After going through the reception area, the visitor finds the same generosity in the lobby as announced in the building’s configuration. The space is opened up to just under the roof, and the windows and their large exposed pointed arches flood the lobby with light during the day, especially in the afternoon and the evening before the start of performances.
The 7.80 m high space also announces the room which is located behind. It is also a passage which provides access to the new school building and then to the old school building.
The room whose structural and material design remains unchanged for economic reasons ends this sequence of generous spaces and gradually leads into the intimacy of the theatre space.
Work in the existing room
The level of the backstage is adapted to that of the stage. The service rooms (catering room, backstage, room for storing technical equipment and scenery) are located in the immediate proximity of the lobby.
The stage control room with the lighting and technical control room are accessed from the reception area near the entrance. The required service facilities (ventilation, toilet facilities, heating, electricity, sound system) have been renovated and upgraded to standards.
A buffet in the lobby may be fitted out with a mobile bar via the “catering” room.
The toilet facilities for visitors to the theatre remain in the same place. The reorganisation of the toilet facilities conceals from visitors the accesses to the existing heating room in the basement and to the ventilation plant located above.
A new staircase connects the lodges of the upper floor to the stage and to the backstage.
The caretaker’s apartment is provided for in the attic, which will thus be partly fitted up. The through-room is also located here. Access to these two spaces is via the new staircase.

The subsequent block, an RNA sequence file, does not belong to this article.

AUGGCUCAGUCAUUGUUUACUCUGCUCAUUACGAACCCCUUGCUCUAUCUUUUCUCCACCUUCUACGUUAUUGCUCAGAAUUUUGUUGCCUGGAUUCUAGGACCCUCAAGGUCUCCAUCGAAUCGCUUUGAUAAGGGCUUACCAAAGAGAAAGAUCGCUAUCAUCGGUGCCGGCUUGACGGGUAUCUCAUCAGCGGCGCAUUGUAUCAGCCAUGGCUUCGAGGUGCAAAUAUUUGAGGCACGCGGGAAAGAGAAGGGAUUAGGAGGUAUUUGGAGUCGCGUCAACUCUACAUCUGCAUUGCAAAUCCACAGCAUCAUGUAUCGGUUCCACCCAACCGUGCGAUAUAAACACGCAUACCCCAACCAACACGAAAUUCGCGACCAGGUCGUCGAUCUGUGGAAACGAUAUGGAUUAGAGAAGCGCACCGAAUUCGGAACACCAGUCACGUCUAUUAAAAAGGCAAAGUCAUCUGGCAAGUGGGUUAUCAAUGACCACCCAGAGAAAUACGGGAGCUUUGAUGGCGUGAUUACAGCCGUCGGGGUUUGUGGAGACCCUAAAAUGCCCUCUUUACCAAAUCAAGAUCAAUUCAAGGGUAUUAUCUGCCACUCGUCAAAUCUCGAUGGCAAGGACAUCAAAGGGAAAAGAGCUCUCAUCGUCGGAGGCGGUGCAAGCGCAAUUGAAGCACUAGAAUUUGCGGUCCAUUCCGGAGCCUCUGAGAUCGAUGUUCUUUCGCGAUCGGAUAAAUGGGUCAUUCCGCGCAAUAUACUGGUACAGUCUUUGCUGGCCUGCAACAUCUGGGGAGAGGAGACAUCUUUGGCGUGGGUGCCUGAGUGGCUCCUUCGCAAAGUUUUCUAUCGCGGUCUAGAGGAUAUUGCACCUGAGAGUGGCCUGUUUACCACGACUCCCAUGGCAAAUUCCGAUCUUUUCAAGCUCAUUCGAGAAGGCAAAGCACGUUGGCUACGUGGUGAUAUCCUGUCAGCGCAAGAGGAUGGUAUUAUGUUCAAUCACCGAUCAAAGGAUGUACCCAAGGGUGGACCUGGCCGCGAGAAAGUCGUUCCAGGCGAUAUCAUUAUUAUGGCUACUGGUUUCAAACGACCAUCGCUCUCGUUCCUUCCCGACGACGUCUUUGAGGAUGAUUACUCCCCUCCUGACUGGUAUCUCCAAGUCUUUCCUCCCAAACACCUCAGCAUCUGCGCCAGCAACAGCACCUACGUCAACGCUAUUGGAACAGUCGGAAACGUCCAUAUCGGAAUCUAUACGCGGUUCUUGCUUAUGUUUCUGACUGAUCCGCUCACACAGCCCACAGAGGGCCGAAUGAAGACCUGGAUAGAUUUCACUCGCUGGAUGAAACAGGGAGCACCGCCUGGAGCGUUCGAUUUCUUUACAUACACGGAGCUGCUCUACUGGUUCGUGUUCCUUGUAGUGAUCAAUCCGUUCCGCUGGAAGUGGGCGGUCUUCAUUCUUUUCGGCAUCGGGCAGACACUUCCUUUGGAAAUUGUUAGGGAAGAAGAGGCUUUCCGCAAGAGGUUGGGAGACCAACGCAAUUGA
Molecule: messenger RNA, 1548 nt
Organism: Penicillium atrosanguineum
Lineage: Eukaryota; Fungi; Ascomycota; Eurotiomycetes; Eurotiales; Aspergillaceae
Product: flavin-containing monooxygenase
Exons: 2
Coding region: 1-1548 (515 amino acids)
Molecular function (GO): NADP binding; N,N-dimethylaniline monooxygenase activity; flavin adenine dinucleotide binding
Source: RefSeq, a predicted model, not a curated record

Given the structural adjustments made during the scheduled work, the useful areas of the building are reduced. The restoring of the intermediate ceiling at the level of the new lobby and the two existing ceilings in the entrance area thus reduces the loads that have to be withstood by the existing load-bearing structure.
It is therefore feasible with no significant additional construction. The entire primary structure lowering the load is maintained in its function.
The construction measures going beyond demolition secure and increase the load-bearing capability of the existing structure.
The changing of the log ceiling at the level of the guttering into a mixed wood and reinforced concrete ceiling, increases the building’s spatial rigidity and provides the required fire protection.
In the space of the new apartment in the building attic, steel frames replace the existing trusses (of the structure). Through a simultaneous action with the mixed ceilings, these frames allow the removal of the cross beams. The structural steelwork between the frames, in the apartment’s exterior walls, reduces the deflection of the mixed ceilings.
About Dietmar Feichtinger Architectes
Dietmar Feichtinger established the firm in 1993 in Paris. With about thirty employees he team operates mainly in Europe. DFA has built a strong eputation for its inventive structures and its investigative approach to design. Its work links both architecture and engineering whilst exploring the dynamics between these two disciplines.
In a constant strive DFA is looking for integrating environmental and sustainable development, in an legant and sensitive architecture, respectful of nature and humans.
Photography: Hertha Hurnaus